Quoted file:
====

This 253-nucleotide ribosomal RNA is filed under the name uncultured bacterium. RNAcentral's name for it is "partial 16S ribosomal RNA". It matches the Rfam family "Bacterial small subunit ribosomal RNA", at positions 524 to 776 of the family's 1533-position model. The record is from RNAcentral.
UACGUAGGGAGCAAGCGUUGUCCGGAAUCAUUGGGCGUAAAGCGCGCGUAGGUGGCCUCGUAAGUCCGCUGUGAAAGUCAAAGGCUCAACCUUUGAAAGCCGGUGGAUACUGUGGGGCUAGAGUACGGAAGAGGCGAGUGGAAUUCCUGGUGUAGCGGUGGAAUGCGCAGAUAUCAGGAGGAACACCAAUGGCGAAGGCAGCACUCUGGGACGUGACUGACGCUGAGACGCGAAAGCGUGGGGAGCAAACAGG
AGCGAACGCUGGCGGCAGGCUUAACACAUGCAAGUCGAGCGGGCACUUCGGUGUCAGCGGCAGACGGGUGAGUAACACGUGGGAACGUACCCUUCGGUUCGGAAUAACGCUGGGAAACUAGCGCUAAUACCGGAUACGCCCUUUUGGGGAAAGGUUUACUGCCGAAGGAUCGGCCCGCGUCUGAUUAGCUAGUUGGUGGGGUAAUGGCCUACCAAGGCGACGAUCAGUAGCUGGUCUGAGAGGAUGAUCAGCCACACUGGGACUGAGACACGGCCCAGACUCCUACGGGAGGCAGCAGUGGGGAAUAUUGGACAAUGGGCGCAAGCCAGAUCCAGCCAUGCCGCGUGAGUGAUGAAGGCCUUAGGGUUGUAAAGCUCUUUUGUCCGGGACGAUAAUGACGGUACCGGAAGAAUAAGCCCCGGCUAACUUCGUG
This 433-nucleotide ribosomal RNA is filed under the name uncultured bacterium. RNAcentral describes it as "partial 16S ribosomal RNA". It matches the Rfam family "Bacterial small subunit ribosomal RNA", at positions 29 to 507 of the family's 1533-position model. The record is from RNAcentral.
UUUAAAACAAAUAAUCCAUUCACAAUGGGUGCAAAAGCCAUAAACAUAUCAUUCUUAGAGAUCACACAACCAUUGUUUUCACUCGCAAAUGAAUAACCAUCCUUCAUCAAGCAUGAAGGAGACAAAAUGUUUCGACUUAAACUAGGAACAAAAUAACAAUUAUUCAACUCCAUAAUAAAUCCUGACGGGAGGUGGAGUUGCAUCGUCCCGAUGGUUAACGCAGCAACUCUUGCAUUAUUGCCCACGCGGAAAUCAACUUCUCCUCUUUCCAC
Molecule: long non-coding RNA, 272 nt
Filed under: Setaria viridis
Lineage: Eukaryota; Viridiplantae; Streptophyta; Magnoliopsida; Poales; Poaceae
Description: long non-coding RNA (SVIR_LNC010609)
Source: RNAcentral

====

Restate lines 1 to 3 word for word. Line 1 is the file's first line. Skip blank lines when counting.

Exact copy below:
This 253-nucleotide ribosomal RNA is filed under the name uncultured bacterium. RNAcentral's name for it is "partial 16S ribosomal RNA". It matches the Rfam family "Bacterial small subunit ribosomal RNA", at positions 524 to 776 of the family's 1533-position model. The record is from RNAcentral.
UACGUAGGGAGCAAGCGUUGUCCGGAAUCAUUGGGCGUAAAGCGCGCGUAGGUGGCCUCGUAAGUCCGCUGUGAAAGUCAAAGGCUCAACCUUUGAAAGCCGGUGGAUACUGUGGGGCUAGAGUACGGAAGAGGCGAGUGGAAUUCCUGGUGUAGCGGUGGAAUGCGCAGAUAUCAGGAGGAACACCAAUGGCGAAGGCAGCACUCUGGGACGUGACUGACGCUGAGACGCGAAAGCGUGGGGAGCAAACAGG
AGCGAACGCUGGCGGCAGGCUUAACACAUGCAAGUCGAGCGGGCACUUCGGUGUCAGCGGCAGACGGGUGAGUAACACGUGGGAACGUACCCUUCGGUUCGGAAUAACGCUGGGAAACUAGCGCUAAUACCGGAUACGCCCUUUUGGGGAAAGGUUUACUGCCGAAGGAUCGGCCCGCGUCUGAUUAGCUAGUUGGUGGGGUAAUGGCCUACCAAGGCGACGAUCAGUAGCUGGUCUGAGAGGAUGAUCAGCCACACUGGGACUGAGACACGGCCCAGACUCCUACGGGAGGCAGCAGUGGGGAAUAUUGGACAAUGGGCGCAAGCCAGAUCCAGCCAUGCCGCGUGAGUGAUGAAGGCCUUAGGGUUGUAAAGCUCUUUUGUCCGGGACGAUAAUGACGGUACCGGAAGAAUAAGCCCCGGCUAACUUCGUG